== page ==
Selling babies is illegal in Canada-perhaps. While there are laws which cover money changing hands in the conventional adoption process, there are no specific laws governing the new phenomenon of commercial “surrogate” motherhood.


A surrogate (replacement) mother is one who agrees to conceive and bear a child for another woman. The trouble is, the “surrogate” mother is the child’s actual biological mother. (The second woman involved in the agreement is an “adoptive” mother or the real replacement, but the term “surrogate” is still commonly used to describe the biological mother.)


The surrogate mother is artificially inseminated (usually with sperm from a man whose wife cannot conceive.) She then carries the child until birth, when the baby is given to the natural father and his wife. In effect, she “leases her womb,” and, in return receives a fee for her services. Many see this as a new form of prostitution.


Surrogate motherhood received wide publicity late last year with the birth of Baby Cotton in England. While there have been surrogate babies born in Canada, only a few have become public knowledge.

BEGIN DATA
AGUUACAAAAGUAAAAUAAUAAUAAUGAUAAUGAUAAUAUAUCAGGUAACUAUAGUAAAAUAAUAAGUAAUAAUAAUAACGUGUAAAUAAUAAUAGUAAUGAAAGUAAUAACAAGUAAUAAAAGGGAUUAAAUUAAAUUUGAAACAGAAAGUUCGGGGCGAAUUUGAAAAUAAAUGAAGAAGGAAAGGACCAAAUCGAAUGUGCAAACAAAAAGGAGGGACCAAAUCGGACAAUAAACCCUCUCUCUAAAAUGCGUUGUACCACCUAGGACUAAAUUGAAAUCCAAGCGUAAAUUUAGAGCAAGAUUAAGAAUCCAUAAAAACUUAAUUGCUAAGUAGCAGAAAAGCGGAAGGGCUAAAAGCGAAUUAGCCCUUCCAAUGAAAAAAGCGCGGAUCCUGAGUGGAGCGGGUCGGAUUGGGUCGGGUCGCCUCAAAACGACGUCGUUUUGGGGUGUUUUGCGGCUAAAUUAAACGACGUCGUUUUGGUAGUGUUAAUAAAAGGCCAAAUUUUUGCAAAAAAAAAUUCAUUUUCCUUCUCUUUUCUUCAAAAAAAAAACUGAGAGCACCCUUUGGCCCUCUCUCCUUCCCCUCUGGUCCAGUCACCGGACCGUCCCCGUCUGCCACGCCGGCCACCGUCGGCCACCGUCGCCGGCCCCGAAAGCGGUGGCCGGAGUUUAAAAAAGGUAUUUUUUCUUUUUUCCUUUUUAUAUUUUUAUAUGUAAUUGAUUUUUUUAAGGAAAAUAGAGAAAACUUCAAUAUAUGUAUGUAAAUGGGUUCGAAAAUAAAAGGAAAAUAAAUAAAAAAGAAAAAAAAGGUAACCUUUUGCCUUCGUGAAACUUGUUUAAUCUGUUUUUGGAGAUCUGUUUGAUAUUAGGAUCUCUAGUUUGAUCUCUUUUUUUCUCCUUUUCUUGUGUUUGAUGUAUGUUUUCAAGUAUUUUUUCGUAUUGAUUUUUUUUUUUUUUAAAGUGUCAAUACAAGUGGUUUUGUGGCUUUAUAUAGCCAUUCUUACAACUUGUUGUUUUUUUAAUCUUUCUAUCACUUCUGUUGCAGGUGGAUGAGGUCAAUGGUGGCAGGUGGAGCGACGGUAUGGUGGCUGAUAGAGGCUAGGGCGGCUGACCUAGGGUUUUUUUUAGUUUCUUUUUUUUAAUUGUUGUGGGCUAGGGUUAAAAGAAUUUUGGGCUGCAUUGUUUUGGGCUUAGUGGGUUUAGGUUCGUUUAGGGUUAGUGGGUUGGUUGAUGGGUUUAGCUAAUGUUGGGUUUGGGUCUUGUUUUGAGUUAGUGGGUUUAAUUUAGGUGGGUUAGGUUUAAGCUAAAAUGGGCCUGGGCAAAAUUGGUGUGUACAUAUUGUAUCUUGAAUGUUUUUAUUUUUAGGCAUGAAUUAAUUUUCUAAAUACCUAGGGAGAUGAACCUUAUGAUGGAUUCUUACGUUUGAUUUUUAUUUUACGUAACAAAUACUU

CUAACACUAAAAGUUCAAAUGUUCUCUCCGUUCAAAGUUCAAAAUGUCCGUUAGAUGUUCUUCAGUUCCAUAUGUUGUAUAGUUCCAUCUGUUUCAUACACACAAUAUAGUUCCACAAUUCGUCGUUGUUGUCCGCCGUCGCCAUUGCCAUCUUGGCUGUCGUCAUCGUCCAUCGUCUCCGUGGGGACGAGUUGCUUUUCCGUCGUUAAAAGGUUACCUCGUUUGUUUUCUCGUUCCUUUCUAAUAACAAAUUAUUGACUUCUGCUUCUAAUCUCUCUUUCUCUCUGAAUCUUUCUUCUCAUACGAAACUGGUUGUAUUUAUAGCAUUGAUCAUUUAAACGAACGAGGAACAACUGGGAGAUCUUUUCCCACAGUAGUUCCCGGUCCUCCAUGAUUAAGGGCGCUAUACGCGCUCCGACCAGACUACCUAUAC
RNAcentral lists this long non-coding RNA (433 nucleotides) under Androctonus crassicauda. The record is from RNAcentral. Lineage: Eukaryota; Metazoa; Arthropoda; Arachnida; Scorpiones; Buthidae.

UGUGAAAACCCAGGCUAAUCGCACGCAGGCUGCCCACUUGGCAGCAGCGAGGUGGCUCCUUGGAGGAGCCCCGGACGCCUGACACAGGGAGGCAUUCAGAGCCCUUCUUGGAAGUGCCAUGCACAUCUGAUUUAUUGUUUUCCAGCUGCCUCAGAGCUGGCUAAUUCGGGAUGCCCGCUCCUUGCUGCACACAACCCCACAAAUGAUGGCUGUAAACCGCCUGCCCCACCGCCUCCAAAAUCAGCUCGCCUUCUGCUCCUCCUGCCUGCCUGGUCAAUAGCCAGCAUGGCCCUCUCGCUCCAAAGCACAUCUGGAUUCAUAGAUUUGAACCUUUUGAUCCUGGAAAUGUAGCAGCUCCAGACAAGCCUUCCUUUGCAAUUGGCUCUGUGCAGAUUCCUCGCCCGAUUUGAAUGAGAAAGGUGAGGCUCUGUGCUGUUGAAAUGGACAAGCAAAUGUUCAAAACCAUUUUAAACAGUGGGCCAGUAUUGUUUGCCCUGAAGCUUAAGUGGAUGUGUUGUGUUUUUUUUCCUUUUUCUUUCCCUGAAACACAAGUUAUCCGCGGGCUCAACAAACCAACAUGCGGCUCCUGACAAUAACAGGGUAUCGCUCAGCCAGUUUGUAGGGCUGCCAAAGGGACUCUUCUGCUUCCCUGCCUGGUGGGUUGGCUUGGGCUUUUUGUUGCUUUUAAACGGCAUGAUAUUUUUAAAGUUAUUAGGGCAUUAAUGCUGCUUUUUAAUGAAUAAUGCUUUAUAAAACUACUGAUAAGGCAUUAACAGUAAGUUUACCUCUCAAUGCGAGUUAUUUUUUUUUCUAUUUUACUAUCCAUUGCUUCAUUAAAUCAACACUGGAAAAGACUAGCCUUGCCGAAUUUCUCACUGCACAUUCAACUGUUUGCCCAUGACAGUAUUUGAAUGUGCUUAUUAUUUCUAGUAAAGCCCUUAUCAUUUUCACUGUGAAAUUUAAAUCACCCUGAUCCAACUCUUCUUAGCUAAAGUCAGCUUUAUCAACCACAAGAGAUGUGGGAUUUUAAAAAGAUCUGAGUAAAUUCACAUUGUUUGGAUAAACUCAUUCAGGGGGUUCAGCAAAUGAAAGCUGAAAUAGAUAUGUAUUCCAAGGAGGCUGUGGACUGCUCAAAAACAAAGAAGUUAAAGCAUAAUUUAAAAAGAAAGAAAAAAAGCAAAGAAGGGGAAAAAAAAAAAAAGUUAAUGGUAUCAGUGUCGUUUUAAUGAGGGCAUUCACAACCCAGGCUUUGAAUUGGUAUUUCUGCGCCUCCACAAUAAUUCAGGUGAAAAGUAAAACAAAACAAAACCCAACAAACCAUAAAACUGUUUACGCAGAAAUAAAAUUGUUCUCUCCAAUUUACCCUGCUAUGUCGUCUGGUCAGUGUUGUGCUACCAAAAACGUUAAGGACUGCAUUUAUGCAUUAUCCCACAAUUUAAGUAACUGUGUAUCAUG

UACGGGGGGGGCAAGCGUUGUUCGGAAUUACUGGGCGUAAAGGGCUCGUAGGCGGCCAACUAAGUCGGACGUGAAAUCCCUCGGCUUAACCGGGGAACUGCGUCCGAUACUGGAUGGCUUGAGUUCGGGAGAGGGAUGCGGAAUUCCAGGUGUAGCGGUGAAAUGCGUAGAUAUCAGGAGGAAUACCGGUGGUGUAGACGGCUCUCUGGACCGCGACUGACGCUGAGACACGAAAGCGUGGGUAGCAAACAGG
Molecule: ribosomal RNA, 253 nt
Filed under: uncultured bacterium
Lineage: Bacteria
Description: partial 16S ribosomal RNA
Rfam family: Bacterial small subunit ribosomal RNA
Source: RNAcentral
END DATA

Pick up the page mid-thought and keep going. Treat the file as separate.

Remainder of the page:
In 1982, a Florida woman traveled to Toronto to give birth to a baby commissioned by a Canadian couple. After the baby was born, it was placed in the care of the Children’s Aid Society and the father went to court to prove paternity and win custody. The Court ruled that the surrogate mother could not receive the agreed-upon fee of $10 000 for her services.


Also in 1982, the B.C. Supreme Court approved the payment of a fee by adoptive parents to a young pregnant woman to cover her medical, legal and traveling expenses.


Such payments were a condition made by the pregnant woman before giving up her baby for adoption. While this case is not a true surrogate case, as it is currently defined, it may be used as a precedent in court cases. Toronto lawyer, Philip Epstein, who has worked on surrogate cases, viewed it as such in an interview with the Globe and Mail (May 21, 1983)